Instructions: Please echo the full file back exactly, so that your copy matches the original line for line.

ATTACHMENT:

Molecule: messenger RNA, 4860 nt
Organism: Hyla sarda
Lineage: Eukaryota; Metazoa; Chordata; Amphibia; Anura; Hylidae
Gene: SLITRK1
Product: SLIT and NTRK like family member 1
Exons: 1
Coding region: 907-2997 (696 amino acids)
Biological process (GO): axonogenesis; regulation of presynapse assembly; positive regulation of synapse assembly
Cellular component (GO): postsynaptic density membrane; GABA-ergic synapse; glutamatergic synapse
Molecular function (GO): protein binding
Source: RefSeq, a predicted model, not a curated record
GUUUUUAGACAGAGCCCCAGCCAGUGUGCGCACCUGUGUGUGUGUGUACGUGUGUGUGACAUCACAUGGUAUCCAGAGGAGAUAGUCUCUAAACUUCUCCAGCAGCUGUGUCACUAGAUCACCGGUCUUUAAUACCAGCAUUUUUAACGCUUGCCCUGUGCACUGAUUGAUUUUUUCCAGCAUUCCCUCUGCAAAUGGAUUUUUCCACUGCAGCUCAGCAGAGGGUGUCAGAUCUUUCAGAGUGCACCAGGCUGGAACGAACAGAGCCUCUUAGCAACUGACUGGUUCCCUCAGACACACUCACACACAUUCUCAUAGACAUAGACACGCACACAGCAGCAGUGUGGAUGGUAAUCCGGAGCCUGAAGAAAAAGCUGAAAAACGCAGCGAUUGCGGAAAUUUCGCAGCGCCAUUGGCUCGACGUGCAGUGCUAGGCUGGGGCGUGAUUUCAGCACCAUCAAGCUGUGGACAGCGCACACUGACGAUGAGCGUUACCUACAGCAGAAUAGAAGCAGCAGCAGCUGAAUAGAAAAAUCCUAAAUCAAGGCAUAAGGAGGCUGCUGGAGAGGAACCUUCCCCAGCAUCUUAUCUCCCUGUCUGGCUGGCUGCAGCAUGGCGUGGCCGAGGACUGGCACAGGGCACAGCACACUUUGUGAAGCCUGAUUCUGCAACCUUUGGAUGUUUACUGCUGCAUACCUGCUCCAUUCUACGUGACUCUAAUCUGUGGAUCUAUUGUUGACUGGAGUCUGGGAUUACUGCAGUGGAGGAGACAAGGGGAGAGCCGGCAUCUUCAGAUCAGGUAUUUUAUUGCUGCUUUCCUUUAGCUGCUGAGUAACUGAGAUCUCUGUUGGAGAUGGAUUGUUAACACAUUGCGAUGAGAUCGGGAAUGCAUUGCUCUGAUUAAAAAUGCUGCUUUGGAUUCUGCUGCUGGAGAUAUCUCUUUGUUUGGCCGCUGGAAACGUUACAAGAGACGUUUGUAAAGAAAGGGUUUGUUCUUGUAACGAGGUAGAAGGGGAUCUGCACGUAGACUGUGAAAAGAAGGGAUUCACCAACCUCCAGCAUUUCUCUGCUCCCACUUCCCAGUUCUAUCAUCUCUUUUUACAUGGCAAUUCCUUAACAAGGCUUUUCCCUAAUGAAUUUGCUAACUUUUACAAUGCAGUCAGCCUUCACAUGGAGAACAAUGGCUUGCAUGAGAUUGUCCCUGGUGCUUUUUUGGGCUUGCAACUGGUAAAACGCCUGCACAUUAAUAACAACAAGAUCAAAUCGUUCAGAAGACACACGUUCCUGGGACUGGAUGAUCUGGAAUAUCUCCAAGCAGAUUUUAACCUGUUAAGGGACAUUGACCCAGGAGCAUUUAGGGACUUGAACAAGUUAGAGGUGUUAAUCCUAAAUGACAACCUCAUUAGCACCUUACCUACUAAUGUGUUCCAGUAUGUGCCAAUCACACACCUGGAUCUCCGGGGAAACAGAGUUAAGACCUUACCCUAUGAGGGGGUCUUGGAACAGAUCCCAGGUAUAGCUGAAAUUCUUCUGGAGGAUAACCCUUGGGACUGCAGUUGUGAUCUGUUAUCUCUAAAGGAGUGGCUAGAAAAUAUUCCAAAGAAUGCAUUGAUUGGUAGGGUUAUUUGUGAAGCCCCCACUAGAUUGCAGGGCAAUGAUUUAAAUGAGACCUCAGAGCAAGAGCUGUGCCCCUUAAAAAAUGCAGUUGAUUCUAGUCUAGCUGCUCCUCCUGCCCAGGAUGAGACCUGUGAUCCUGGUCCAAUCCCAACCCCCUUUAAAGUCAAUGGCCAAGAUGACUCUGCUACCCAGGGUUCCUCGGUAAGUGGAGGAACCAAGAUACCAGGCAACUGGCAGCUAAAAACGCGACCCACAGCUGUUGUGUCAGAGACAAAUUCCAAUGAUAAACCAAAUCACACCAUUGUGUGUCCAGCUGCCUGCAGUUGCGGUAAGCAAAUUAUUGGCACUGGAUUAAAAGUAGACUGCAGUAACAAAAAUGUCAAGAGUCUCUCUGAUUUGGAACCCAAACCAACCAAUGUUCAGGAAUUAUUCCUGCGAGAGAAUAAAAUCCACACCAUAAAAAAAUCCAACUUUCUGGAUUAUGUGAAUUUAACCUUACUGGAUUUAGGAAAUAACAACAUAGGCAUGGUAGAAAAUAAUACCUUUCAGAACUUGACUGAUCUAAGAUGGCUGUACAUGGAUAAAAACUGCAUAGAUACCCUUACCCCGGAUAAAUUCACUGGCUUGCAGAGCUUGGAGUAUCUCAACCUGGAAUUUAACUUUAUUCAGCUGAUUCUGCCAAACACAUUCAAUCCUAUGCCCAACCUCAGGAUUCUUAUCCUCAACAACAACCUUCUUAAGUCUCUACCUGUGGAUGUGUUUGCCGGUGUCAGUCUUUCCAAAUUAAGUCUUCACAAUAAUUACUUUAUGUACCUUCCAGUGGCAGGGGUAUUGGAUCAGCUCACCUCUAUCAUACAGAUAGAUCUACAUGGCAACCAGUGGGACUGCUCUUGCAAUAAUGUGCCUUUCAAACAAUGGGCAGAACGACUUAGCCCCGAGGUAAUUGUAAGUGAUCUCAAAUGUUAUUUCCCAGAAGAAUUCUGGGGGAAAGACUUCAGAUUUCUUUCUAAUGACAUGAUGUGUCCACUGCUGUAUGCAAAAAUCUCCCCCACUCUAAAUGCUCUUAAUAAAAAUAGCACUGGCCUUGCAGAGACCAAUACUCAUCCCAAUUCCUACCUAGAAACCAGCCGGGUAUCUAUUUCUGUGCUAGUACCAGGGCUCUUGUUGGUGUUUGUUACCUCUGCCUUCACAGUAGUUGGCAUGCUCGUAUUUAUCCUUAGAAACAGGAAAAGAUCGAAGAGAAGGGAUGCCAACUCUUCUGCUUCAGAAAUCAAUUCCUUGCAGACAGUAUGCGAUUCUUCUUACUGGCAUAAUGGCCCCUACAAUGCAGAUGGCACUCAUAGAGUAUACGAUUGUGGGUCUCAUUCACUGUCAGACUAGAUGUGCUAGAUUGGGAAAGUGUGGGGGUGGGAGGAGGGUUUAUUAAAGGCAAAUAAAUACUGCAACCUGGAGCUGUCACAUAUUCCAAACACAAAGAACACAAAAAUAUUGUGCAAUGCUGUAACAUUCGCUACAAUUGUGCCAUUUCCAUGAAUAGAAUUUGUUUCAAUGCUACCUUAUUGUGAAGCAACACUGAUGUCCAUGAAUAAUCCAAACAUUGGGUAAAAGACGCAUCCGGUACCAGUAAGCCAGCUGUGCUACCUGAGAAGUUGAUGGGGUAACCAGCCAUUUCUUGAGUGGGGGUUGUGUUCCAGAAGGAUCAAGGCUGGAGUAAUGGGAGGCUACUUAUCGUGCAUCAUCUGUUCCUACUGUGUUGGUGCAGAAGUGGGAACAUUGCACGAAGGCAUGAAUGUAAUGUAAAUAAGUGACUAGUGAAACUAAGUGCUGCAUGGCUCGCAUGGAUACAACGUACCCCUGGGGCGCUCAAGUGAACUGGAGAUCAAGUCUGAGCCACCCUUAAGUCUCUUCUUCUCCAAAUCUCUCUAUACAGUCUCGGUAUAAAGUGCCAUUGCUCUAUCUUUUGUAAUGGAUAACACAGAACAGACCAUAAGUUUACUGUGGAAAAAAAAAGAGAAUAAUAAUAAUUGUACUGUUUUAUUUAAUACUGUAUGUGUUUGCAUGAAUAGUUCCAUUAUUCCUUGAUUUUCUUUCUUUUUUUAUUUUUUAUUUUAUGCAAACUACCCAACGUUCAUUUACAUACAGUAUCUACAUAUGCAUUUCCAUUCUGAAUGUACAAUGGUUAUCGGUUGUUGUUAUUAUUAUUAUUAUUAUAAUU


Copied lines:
Molecule: messenger RNA, 4860 nt
Organism: Hyla sarda
Lineage: Eukaryota; Metazoa; Chordata; Amphibia; Anura; Hylidae
Gene: SLITRK1
Product: SLIT and NTRK like family member 1
Exons: 1
Coding region: 907-2997 (696 amino acids)
Biological process (GO): axonogenesis; regulation of presynapse assembly; positive regulation of synapse assembly
Cellular component (GO): postsynaptic density membrane; GABA-ergic synapse; glutamatergic synapse
Molecular function (GO): protein binding
Source: RefSeq, a predicted model, not a curated record
GUUUUUAGACAGAGCCCCAGCCAGUGUGCGCACCUGUGUGUGUGUGUACGUGUGUGUGACAUCACAUGGUAUCCAGAGGAGAUAGUCUCUAAACUUCUCCAGCAGCUGUGUCACUAGAUCACCGGUCUUUAAUACCAGCAUUUUUAACGCUUGCCCUGUGCACUGAUUGAUUUUUUCCAGCAUUCCCUCUGCAAAUGGAUUUUUCCACUGCAGCUCAGCAGAGGGUGUCAGAUCUUUCAGAGUGCACCAGGCUGGAACGAACAGAGCCUCUUAGCAACUGACUGGUUCCCUCAGACACACUCACACACAUUCUCAUAGACAUAGACACGCACACAGCAGCAGUGUGGAUGGUAAUCCGGAGCCUGAAGAAAAAGCUGAAAAACGCAGCGAUUGCGGAAAUUUCGCAGCGCCAUUGGCUCGACGUGCAGUGCUAGGCUGGGGCGUGAUUUCAGCACCAUCAAGCUGUGGACAGCGCACACUGACGAUGAGCGUUACCUACAGCAGAAUAGAAGCAGCAGCAGCUGAAUAGAAAAAUCCUAAAUCAAGGCAUAAGGAGGCUGCUGGAGAGGAACCUUCCCCAGCAUCUUAUCUCCCUGUCUGGCUGGCUGCAGCAUGGCGUGGCCGAGGACUGGCACAGGGCACAGCACACUUUGUGAAGCCUGAUUCUGCAACCUUUGGAUGUUUACUGCUGCAUACCUGCUCCAUUCUACGUGACUCUAAUCUGUGGAUCUAUUGUUGACUGGAGUCUGGGAUUACUGCAGUGGAGGAGACAAGGGGAGAGCCGGCAUCUUCAGAUCAGGUAUUUUAUUGCUGCUUUCCUUUAGCUGCUGAGUAACUGAGAUCUCUGUUGGAGAUGGAUUGUUAACACAUUGCGAUGAGAUCGGGAAUGCAUUGCUCUGAUUAAAAAUGCUGCUUUGGAUUCUGCUGCUGGAGAUAUCUCUUUGUUUGGCCGCUGGAAACGUUACAAGAGACGUUUGUAAAGAAAGGGUUUGUUCUUGUAACGAGGUAGAAGGGGAUCUGCACGUAGACUGUGAAAAGAAGGGAUUCACCAACCUCCAGCAUUUCUCUGCUCCCACUUCCCAGUUCUAUCAUCUCUUUUUACAUGGCAAUUCCUUAACAAGGCUUUUCCCUAAUGAAUUUGCUAACUUUUACAAUGCAGUCAGCCUUCACAUGGAGAACAAUGGCUUGCAUGAGAUUGUCCCUGGUGCUUUUUUGGGCUUGCAACUGGUAAAACGCCUGCACAUUAAUAACAACAAGAUCAAAUCGUUCAGAAGACACACGUUCCUGGGACUGGAUGAUCUGGAAUAUCUCCAAGCAGAUUUUAACCUGUUAAGGGACAUUGACCCAGGAGCAUUUAGGGACUUGAACAAGUUAGAGGUGUUAAUCCUAAAUGACAACCUCAUUAGCACCUUACCUACUAAUGUGUUCCAGUAUGUGCCAAUCACACACCUGGAUCUCCGGGGAAACAGAGUUAAGACCUUACCCUAUGAGGGGGUCUUGGAACAGAUCCCAGGUAUAGCUGAAAUUCUUCUGGAGGAUAACCCUUGGGACUGCAGUUGUGAUCUGUUAUCUCUAAAGGAGUGGCUAGAAAAUAUUCCAAAGAAUGCAUUGAUUGGUAGGGUUAUUUGUGAAGCCCCCACUAGAUUGCAGGGCAAUGAUUUAAAUGAGACCUCAGAGCAAGAGCUGUGCCCCUUAAAAAAUGCAGUUGAUUCUAGUCUAGCUGCUCCUCCUGCCCAGGAUGAGACCUGUGAUCCUGGUCCAAUCCCAACCCCCUUUAAAGUCAAUGGCCAAGAUGACUCUGCUACCCAGGGUUCCUCGGUAAGUGGAGGAACCAAGAUACCAGGCAACUGGCAGCUAAAAACGCGACCCACAGCUGUUGUGUCAGAGACAAAUUCCAAUGAUAAACCAAAUCACACCAUUGUGUGUCCAGCUGCCUGCAGUUGCGGUAAGCAAAUUAUUGGCACUGGAUUAAAAGUAGACUGCAGUAACAAAAAUGUCAAGAGUCUCUCUGAUUUGGAACCCAAACCAACCAAUGUUCAGGAAUUAUUCCUGCGAGAGAAUAAAAUCCACACCAUAAAAAAAUCCAACUUUCUGGAUUAUGUGAAUUUAACCUUACUGGAUUUAGGAAAUAACAACAUAGGCAUGGUAGAAAAUAAUACCUUUCAGAACUUGACUGAUCUAAGAUGGCUGUACAUGGAUAAAAACUGCAUAGAUACCCUUACCCCGGAUAAAUUCACUGGCUUGCAGAGCUUGGAGUAUCUCAACCUGGAAUUUAACUUUAUUCAGCUGAUUCUGCCAAACACAUUCAAUCCUAUGCCCAACCUCAGGAUUCUUAUCCUCAACAACAACCUUCUUAAGUCUCUACCUGUGGAUGUGUUUGCCGGUGUCAGUCUUUCCAAAUUAAGUCUUCACAAUAAUUACUUUAUGUACCUUCCAGUGGCAGGGGUAUUGGAUCAGCUCACCUCUAUCAUACAGAUAGAUCUACAUGGCAACCAGUGGGACUGCUCUUGCAAUAAUGUGCCUUUCAAACAAUGGGCAGAACGACUUAGCCCCGAGGUAAUUGUAAGUGAUCUCAAAUGUUAUUUCCCAGAAGAAUUCUGGGGGAAAGACUUCAGAUUUCUUUCUAAUGACAUGAUGUGUCCACUGCUGUAUGCAAAAAUCUCCCCCACUCUAAAUGCUCUUAAUAAAAAUAGCACUGGCCUUGCAGAGACCAAUACUCAUCCCAAUUCCUACCUAGAAACCAGCCGGGUAUCUAUUUCUGUGCUAGUACCAGGGCUCUUGUUGGUGUUUGUUACCUCUGCCUUCACAGUAGUUGGCAUGCUCGUAUUUAUCCUUAGAAACAGGAAAAGAUCGAAGAGAAGGGAUGCCAACUCUUCUGCUUCAGAAAUCAAUUCCUUGCAGACAGUAUGCGAUUCUUCUUACUGGCAUAAUGGCCCCUACAAUGCAGAUGGCACUCAUAGAGUAUACGAUUGUGGGUCUCAUUCACUGUCAGACUAGAUGUGCUAGAUUGGGAAAGUGUGGGGGUGGGAGGAGGGUUUAUUAAAGGCAAAUAAAUACUGCAACCUGGAGCUGUCACAUAUUCCAAACACAAAGAACACAAAAAUAUUGUGCAAUGCUGUAACAUUCGCUACAAUUGUGCCAUUUCCAUGAAUAGAAUUUGUUUCAAUGCUACCUUAUUGUGAAGCAACACUGAUGUCCAUGAAUAAUCCAAACAUUGGGUAAAAGACGCAUCCGGUACCAGUAAGCCAGCUGUGCUACCUGAGAAGUUGAUGGGGUAACCAGCCAUUUCUUGAGUGGGGGUUGUGUUCCAGAAGGAUCAAGGCUGGAGUAAUGGGAGGCUACUUAUCGUGCAUCAUCUGUUCCUACUGUGUUGGUGCAGAAGUGGGAACAUUGCACGAAGGCAUGAAUGUAAUGUAAAUAAGUGACUAGUGAAACUAAGUGCUGCAUGGCUCGCAUGGAUACAACGUACCCCUGGGGCGCUCAAGUGAACUGGAGAUCAAGUCUGAGCCACCCUUAAGUCUCUUCUUCUCCAAAUCUCUCUAUACAGUCUCGGUAUAAAGUGCCAUUGCUCUAUCUUUUGUAAUGGAUAACACAGAACAGACCAUAAGUUUACUGUGGAAAAAAAAAGAGAAUAAUAAUAAUUGUACUGUUUUAUUUAAUACUGUAUGUGUUUGCAUGAAUAGUUCCAUUAUUCCUUGAUUUUCUUUCUUUUUUUAUUUUUUAUUUUAUGCAAACUACCCAACGUUCAUUUACAUACAGUAUCUACAUAUGCAUUUCCAUUCUGAAUGUACAAUGGUUAUCGGUUGUUGUUAUUAUUAUUAUUAUUAUAAUU